Sunday, 7 June 2020

Make bureaucracy accountable Whether Barkis Is Willing

Updated: November 23, 2013 4:01 pm

When I joined Indian Police Service in 1961 in the then Mysore and later on renamed Karnataka cadre, the country was governed by the stalwarts, who treated governance as a trust. They did not treat it as a football ground to kick around the officials, who did not dance to their tunes. Of course, there were cases, when some action did not suit the convenience of the powers that be, the officials were transferred. But nobody in bureaucracy regarded the legislators and ministers as demigods, and in all fairness, the legislators most of the time did not throw their weight around.

The Supreme Court ordered on October 30, 2013, setting minimum tenures for bureaucrats and put restrictions on arbitrary transfers and postings by their political masters, wading into an issue that has long bedeviled relations between the executive and officialdom. The Supreme Court said: “We notice that much of the deterioration of the standards of probity and accountability with the civil servants is due to the political influence or persons, purporting to represent those who are in authority. In the present political scenario, the role of civil servants has become very complex and onerous. Often they have to take decisions which will have far-reaching consequences in the economic and technological fields. Their decisions must be transparent and must be in public interest. They should be fully accountable to the community they serve. Arbitrary transfers are also a major bugbear of the bureaucracy, with politicians wielding it as a weapon against inconvenient officials.”

It is more or less like September 22, 2006, order of the apex court, which has not been implemented. It all started with the ruling of the Supreme Court in a case, when the Supreme Court ordered a minimum tenure for Director, CBI, in December 1997. This was the only post in the law, which has a fixed tenure. Later, others jumped on the same bandwagon, including Home Secretary, Cabinet Secretary, Defence Secretary, Director, Intelligence Bureau, Secretary, Research and Analysis Wing and a few more.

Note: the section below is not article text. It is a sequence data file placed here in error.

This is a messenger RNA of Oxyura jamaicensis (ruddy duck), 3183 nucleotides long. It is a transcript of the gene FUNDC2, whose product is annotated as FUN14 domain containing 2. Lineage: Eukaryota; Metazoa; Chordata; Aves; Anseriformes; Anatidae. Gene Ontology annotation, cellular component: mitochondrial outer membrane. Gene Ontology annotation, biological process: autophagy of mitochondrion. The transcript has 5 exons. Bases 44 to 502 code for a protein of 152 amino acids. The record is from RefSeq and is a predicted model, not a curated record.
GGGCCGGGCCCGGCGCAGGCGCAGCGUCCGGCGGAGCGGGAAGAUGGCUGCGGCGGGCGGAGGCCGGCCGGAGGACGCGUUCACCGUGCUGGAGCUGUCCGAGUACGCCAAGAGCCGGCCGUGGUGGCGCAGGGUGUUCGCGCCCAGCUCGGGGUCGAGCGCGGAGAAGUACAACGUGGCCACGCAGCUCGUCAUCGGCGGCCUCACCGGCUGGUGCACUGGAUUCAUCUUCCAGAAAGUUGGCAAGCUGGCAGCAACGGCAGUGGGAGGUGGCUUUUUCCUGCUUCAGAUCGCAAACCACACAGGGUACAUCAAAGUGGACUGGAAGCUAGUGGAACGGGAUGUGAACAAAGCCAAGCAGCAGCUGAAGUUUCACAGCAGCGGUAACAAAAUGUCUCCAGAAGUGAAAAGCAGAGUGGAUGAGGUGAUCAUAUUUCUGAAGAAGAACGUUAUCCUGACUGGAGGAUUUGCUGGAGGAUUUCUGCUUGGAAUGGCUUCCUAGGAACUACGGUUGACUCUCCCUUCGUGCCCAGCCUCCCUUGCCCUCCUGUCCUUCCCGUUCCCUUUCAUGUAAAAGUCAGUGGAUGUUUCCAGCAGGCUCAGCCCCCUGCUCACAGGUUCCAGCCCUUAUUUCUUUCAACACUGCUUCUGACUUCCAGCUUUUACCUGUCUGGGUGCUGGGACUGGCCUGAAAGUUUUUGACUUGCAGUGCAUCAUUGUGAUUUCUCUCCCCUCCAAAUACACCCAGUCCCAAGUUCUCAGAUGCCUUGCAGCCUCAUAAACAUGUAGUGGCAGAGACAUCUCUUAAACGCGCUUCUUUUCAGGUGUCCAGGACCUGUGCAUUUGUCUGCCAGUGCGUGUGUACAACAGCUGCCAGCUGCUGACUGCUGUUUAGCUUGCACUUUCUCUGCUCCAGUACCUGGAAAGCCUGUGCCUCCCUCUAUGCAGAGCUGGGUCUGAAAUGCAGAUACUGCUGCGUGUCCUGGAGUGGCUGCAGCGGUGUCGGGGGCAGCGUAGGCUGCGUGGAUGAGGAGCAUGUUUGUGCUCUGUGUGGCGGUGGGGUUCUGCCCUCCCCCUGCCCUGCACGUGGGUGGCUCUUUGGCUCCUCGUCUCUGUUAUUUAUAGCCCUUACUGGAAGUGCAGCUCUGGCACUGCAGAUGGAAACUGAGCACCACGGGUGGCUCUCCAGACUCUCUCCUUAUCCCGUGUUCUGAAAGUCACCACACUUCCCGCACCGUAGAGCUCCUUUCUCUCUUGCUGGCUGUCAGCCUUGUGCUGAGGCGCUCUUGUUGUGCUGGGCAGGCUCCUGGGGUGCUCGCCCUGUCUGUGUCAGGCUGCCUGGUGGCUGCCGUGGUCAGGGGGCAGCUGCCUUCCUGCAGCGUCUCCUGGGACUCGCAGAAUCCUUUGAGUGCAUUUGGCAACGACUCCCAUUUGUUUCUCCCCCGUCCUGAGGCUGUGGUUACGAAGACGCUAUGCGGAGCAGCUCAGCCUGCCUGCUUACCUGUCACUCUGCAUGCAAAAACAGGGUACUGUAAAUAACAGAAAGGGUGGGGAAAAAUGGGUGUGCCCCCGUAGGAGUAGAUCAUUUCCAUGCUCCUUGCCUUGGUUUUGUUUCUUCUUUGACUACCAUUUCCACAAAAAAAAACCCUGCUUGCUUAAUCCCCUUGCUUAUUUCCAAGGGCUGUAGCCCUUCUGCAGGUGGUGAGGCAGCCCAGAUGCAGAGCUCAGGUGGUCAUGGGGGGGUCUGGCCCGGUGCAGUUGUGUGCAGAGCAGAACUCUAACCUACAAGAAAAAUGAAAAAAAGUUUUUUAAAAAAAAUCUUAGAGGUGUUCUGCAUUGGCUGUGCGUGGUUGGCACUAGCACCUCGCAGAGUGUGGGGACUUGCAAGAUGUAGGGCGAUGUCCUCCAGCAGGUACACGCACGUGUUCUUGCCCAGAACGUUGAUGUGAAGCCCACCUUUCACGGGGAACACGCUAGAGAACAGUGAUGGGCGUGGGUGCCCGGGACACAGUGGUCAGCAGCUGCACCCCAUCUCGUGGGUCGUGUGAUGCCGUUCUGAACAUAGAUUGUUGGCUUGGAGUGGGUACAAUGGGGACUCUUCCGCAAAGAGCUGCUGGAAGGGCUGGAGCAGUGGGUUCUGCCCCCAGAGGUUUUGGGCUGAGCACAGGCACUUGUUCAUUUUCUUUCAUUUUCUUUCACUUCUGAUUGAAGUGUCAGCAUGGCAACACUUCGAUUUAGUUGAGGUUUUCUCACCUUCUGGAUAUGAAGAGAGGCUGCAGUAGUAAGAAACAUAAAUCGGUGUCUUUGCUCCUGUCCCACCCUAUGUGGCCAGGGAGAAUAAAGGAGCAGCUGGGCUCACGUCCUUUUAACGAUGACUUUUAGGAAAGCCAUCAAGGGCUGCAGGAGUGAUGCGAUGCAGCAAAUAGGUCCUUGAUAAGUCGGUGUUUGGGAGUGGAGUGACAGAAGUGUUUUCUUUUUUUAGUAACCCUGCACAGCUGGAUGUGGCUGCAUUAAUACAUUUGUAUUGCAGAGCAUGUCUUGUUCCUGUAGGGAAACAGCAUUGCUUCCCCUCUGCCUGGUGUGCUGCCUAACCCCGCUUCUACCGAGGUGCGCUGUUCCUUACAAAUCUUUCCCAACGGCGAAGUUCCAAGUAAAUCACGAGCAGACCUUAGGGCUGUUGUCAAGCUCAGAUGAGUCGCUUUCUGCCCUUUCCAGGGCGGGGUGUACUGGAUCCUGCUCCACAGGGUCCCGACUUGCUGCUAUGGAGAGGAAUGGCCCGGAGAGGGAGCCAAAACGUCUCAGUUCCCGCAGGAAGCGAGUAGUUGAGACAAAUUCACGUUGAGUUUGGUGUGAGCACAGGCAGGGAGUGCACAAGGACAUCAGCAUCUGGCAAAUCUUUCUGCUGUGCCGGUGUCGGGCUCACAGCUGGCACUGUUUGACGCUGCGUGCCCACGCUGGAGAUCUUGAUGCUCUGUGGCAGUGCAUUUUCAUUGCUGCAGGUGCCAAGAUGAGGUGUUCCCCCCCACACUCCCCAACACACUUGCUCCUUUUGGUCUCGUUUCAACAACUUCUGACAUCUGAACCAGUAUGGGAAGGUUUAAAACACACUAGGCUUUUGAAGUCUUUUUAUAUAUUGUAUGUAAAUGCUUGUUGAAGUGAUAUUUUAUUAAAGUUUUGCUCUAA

One official is as good as others, but whoever does not suit the powers that be is kicked out like a football from one place to another. Take the case of the most popular state of India, Uttar Pradesh. In a round of administrative reshuffle, the Uttar Pradesh government in April 2012 transferred 70 IAS officers, including 32 district magistrates and five divisional commissioners. With this, the total number of IAS officers transferred since the present government (SP government) came to power on March 15, 2012, has gone up to 221. The total authorised strength of the UP cadre is 537. The present UP government has transferred a total of 1828 officers of the Provincial Police Service (PPS) in Uttar Pradesh in a short period of two years in 2011 and 2012. This includes 478 officers of additional SP (ASP) rank and 1,350 Deputy SPs. 307 ASP rank officers got transferred in 2011 while 171 were transferred in 2011. 892 deputy SP rank officers were transferred in 2012 and 458 in 2011.

Lest I be misunderstood in painting any political party black, I should hasten to add that the same story has been repeated in the state by the previous rulers, belonging to other parties. In the first term in 1995, the BSP government, which lasted four months and 14 days, effected 550 transfers of IAS officers. The second regime of the same party, for all of six months in 1997, saw another 777 transfers. BSP’s third stint in power saw 970 transfers while the number crossed 1,200 during the same party’s five-year term in the CM office. By that logic, the mass-scale transfers in the present government (the SP government) have nearly beaten the previous (BSP) record. These figures do not include other state-level employees, or even the secretariat staff, which have not been spared.